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Legacy of Dr. Robert Huebner

Sarah Gooding, Hometown Girard

 In recent weeks, the Girard community has mourned the loss of a man whose profound influence on the area’s medical community helped make Girard Medical Center what it is today.

Dr. Robert Huebner passed away Nov. 13 at Girard Medical Center at the age of 73, and will be remembered in Southeast Kansas for his dedication to surgery and saving lives.

“Dr. Huebner was a very dedicated surgeon. He was always available, whether he was on call or not,” said Dr. Adam Paoni, who worked with Huebner and practices alongside Huebner’s wife, Dr. Lisa Salvador. “He was an invaluable asset to us as the medical community/medical staff. If we needed someone in an emergency situation, whether he was on call or not, he was there.”

“He would just pop up in the ER,” said Connie Little, manager of medical records at Girard Medical Center. “He was a lifesaver.”

Huebner’s colleagues remember his unrivaled passion for surgery, his steady presence and his willingness to take on challenging procedures in order to save lives.

“His real asset for us was that he was willing to do the difficult cases,” Paoni said. “He was just very confident and his confidence was based on his experience and his skill level.”

“He was the only one in our area for many years who would do vascular surgery,” noted Joyce Geier, interim director of nurses at Girard Medical Center, with others adding that Huebner also was willing to perform many other types of surgery at Girard Medical Center and Via Christi Hospital that other surgeons wouldn’t  perform locally.

This led to many patients requesting that he be the one to perform their surgeries, according to Jerry Hanson, lab director at GMC.

“He put everyone at ease,” Hanson said. “You felt like, when he was here, everything was going to be fine.”

“I think there was an air of confidence if they found out he was going to be their consultant,” Little said.

Coworkers also said that, while Huebner had a very commanding personality, he provided those around him with a sense of comfort as he sought out opinions and then used that information to make decisions.

“He just treated everyone great,” Hanson said. “He was a pleasure to be around. He was in command, he was calm and he could make a decision.”

Hanson added that in Huebner’s profession the decisions often had to be made without a knowledge of the end results, but that he wasn’t afraid to proceed.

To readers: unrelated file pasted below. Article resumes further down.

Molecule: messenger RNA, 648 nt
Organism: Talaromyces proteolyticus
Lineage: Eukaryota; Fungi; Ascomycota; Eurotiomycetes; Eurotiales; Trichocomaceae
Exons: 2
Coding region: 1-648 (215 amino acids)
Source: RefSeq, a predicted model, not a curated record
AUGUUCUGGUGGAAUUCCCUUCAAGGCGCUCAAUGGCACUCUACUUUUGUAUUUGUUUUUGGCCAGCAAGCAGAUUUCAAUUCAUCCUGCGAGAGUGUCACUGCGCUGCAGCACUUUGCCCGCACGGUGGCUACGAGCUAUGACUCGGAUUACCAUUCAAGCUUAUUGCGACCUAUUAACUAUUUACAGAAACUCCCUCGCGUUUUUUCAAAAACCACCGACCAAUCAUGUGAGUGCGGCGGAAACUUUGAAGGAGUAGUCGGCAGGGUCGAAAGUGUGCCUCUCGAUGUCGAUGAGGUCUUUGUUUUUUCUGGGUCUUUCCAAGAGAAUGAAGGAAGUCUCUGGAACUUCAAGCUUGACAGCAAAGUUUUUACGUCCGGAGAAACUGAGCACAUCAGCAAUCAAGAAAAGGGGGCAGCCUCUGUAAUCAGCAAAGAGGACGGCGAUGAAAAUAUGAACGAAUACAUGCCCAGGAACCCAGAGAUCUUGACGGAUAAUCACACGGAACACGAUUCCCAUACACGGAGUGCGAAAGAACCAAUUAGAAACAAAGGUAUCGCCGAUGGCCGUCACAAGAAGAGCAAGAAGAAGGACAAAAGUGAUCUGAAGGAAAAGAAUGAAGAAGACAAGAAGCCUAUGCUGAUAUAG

Colleagues noted that Huebner used the same decision-making process when it came to his own health.

Paoni said that most patients weren’t aware that Huebner had struggled with a long-term illness throughout the past decade, but that Huebner used every medical opportunity to maximize his time with his family, including his youngest son, Mason.

“He personally took a lot of surgical risks to be able to spend as much time as possible with his family,” Paoni said. “He never missed a beat as a dad. He always made sure they went fishing and on trips. He’d take him to Bears games in Chicago. They didn’t miss a thing.

“Balancing his professional responsibilities with his illness, it was amazing,” Paoni continued. “I never, once, in the entire time I knew him, ever heard him complain.”

That work-life balance also earned Huebner respect, as he strove to enjoy his family while also bettering the hospitals he worked with and raising the bar on trauma care in the region.

“Dr. Huebner contributed to Girard Medical Center’s success, mostly in ways that did not attract public notice,” said Nancy George, a Girard Medical Center trustee. “He was very supportive of the Girard Medical Center board of trustees’ strategic goal to survive as an independent organization while continuing to provide high quality medical care to our patients.”

“He was a visionary also,” said Hanson. “He instituted many new services within the community.”

Paoni said it was Huebner’s passion that both GMC and Via Christi (at that time Mt. Carmel) receive trauma center designations, and that he served on related boards and task forces until the time of his death.

Even as his extended illness took its toll, Huebner was out and about in the community celebrating healthcare.

“I last saw Dr. Huebner, when he was one of the Girard Medical Center Grand Marshals of the Girard Homecoming parade, which carried a theme of “Healthcare Heroes,” George said. “I thanked him for being a healthcare hero to my own family members and so many others in this region. We will greatly miss his commitment and contributions to keeping quality health care in Southeast Kansas.”   

Paoni said Huebner’s loss will be felt for some time to come, but that it also opens the opportunity for those who admired his work to carry it forward.

“It’s really hard for me to wake up each day and imagine Southeast Kansas medicine without him in it,” Paoni said. “He was such a big part of it for us and he was there for us and there for our patients. He genuinely cared for them.

“It’s going to be a matter of the other surgeons taking the torch and doing the same thing, which I have no doubt they will.”